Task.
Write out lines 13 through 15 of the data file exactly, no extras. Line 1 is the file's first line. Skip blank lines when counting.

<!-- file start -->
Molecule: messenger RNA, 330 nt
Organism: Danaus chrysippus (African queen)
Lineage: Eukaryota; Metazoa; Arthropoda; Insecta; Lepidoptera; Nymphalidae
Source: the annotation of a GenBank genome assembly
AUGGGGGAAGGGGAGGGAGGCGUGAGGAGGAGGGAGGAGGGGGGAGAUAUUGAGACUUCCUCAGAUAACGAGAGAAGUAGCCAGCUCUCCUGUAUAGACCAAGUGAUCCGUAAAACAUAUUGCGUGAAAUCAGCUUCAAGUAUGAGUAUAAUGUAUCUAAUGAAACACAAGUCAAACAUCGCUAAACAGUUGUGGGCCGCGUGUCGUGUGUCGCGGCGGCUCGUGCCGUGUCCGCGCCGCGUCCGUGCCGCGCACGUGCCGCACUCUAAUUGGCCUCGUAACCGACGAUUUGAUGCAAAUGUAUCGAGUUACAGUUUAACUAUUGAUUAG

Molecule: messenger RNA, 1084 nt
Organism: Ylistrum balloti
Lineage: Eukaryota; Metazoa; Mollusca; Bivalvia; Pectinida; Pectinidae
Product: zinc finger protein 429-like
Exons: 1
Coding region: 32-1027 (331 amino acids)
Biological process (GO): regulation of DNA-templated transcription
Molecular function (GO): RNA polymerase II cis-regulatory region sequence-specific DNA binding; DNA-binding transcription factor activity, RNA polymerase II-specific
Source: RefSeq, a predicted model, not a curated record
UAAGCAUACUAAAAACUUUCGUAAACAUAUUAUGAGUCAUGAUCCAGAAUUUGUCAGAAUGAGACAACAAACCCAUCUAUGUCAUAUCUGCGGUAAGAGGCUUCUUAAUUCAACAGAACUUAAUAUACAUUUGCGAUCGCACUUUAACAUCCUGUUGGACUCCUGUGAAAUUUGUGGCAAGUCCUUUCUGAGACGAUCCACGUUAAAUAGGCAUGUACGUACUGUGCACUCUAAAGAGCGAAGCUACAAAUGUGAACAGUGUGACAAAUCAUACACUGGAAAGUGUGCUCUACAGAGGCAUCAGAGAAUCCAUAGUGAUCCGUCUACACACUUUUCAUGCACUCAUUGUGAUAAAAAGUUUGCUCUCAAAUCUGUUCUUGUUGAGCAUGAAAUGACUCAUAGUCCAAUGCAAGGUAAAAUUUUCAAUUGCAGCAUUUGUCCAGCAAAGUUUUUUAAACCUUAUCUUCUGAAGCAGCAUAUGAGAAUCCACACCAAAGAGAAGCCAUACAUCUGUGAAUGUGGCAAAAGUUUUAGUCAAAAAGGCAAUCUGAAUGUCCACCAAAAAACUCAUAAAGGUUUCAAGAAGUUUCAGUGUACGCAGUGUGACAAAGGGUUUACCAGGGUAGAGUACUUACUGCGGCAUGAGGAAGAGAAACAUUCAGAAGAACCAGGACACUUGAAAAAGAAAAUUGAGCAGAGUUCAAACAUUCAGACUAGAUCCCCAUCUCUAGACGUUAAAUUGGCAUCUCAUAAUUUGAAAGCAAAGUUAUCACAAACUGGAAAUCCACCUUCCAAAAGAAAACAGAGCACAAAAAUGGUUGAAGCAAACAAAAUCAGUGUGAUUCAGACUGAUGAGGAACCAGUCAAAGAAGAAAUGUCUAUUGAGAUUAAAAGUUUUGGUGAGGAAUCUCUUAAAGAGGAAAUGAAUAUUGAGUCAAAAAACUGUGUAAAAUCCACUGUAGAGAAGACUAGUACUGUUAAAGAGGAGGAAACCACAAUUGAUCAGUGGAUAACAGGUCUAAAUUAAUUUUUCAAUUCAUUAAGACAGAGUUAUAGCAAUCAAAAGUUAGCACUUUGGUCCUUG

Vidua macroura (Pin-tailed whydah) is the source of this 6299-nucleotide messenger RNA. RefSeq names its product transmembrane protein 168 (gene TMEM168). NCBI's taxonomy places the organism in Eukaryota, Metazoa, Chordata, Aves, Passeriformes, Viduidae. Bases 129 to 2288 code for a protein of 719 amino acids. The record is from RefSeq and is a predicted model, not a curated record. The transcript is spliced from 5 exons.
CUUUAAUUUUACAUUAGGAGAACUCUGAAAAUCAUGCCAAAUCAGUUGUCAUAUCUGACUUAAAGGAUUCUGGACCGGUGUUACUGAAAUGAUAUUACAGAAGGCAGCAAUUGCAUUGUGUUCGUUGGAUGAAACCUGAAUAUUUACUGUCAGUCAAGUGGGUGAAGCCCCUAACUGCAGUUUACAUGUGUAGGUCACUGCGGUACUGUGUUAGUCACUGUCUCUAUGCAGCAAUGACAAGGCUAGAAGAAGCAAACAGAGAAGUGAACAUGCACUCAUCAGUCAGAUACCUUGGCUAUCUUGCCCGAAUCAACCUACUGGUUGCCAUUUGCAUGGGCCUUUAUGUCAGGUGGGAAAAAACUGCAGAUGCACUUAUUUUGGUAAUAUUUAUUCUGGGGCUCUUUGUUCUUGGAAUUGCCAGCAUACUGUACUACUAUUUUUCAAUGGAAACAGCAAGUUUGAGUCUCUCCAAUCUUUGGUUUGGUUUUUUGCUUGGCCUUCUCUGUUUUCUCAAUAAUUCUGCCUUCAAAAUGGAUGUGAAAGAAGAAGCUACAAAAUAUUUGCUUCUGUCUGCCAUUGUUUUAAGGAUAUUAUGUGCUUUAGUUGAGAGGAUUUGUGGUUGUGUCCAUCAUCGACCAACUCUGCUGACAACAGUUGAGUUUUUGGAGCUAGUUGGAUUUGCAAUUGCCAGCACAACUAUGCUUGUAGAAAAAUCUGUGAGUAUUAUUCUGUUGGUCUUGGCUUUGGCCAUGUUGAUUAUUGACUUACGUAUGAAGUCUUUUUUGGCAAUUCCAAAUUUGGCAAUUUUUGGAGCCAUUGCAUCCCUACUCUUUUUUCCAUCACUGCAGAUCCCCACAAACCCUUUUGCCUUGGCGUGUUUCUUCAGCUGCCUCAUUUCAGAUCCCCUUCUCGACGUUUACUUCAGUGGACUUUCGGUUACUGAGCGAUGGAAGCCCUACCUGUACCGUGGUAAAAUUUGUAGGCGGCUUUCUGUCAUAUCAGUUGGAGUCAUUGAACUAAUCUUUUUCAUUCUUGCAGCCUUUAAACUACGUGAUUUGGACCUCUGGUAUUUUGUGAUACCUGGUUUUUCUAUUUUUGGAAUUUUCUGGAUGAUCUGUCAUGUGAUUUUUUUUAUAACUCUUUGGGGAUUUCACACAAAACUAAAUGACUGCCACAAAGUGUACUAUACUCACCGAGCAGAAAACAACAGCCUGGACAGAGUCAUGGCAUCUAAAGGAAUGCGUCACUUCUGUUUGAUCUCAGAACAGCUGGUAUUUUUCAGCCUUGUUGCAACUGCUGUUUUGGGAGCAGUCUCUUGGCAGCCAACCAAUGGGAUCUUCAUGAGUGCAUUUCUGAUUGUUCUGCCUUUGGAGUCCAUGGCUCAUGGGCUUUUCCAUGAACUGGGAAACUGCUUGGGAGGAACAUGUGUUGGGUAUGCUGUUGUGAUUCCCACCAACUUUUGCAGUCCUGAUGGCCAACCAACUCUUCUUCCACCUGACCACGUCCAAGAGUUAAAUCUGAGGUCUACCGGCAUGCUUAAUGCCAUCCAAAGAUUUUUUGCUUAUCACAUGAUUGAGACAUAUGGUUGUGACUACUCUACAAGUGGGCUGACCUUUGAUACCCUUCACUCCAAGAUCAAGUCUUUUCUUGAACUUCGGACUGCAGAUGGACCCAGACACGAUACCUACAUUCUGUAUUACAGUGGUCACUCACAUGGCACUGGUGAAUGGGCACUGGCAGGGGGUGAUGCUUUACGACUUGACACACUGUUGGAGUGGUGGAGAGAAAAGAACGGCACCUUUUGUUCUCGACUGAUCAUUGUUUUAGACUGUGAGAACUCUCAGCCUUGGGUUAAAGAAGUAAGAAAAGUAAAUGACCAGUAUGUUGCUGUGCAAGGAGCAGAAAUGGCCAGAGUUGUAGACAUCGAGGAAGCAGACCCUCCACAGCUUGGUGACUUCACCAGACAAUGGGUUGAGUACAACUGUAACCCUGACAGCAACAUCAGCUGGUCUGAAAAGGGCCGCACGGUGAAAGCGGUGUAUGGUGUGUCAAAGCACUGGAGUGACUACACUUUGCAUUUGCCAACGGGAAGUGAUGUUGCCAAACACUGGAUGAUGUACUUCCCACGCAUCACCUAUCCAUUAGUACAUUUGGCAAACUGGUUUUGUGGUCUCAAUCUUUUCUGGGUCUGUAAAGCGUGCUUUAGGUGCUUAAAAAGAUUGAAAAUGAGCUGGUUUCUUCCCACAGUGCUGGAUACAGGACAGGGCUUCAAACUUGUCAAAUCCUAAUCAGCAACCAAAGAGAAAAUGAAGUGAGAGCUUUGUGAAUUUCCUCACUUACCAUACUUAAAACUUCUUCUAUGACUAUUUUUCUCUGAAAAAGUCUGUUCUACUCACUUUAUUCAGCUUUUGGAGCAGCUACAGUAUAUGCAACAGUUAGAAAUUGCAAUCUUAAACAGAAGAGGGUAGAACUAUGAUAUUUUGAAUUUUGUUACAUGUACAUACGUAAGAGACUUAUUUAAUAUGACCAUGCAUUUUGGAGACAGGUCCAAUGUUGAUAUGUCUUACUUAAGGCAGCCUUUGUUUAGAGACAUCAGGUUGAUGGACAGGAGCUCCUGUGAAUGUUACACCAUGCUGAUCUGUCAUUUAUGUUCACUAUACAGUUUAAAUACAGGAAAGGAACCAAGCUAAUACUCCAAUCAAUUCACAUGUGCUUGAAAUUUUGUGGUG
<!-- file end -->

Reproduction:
Molecular function (GO): RNA polymerase II cis-regulatory region sequence-specific DNA binding; DNA-binding transcription factor activity, RNA polymerase II-specific
Source: RefSeq, a predicted model, not a curated record
UAAGCAUACUAAAAACUUUCGUAAACAUAUUAUGAGUCAUGAUCCAGAAUUUGUCAGAAUGAGACAACAAACCCAUCUAUGUCAUAUCUGCGGUAAGAGGCUUCUUAAUUCAACAGAACUUAAUAUACAUUUGCGAUCGCACUUUAACAUCCUGUUGGACUCCUGUGAAAUUUGUGGCAAGUCCUUUCUGAGACGAUCCACGUUAAAUAGGCAUGUACGUACUGUGCACUCUAAAGAGCGAAGCUACAAAUGUGAACAGUGUGACAAAUCAUACACUGGAAAGUGUGCUCUACAGAGGCAUCAGAGAAUCCAUAGUGAUCCGUCUACACACUUUUCAUGCACUCAUUGUGAUAAAAAGUUUGCUCUCAAAUCUGUUCUUGUUGAGCAUGAAAUGACUCAUAGUCCAAUGCAAGGUAAAAUUUUCAAUUGCAGCAUUUGUCCAGCAAAGUUUUUUAAACCUUAUCUUCUGAAGCAGCAUAUGAGAAUCCACACCAAAGAGAAGCCAUACAUCUGUGAAUGUGGCAAAAGUUUUAGUCAAAAAGGCAAUCUGAAUGUCCACCAAAAAACUCAUAAAGGUUUCAAGAAGUUUCAGUGUACGCAGUGUGACAAAGGGUUUACCAGGGUAGAGUACUUACUGCGGCAUGAGGAAGAGAAACAUUCAGAAGAACCAGGACACUUGAAAAAGAAAAUUGAGCAGAGUUCAAACAUUCAGACUAGAUCCCCAUCUCUAGACGUUAAAUUGGCAUCUCAUAAUUUGAAAGCAAAGUUAUCACAAACUGGAAAUCCACCUUCCAAAAGAAAACAGAGCACAAAAAUGGUUGAAGCAAACAAAAUCAGUGUGAUUCAGACUGAUGAGGAACCAGUCAAAGAAGAAAUGUCUAUUGAGAUUAAAAGUUUUGGUGAGGAAUCUCUUAAAGAGGAAAUGAAUAUUGAGUCAAAAAACUGUGUAAAAUCCACUGUAGAGAAGACUAGUACUGUUAAAGAGGAGGAAACCACAAUUGAUCAGUGGAUAACAGGUCUAAAUUAAUUUUUCAAUUCAUUAAGACAGAGUUAUAGCAAUCAAAAGUUAGCACUUUGGUCCUUG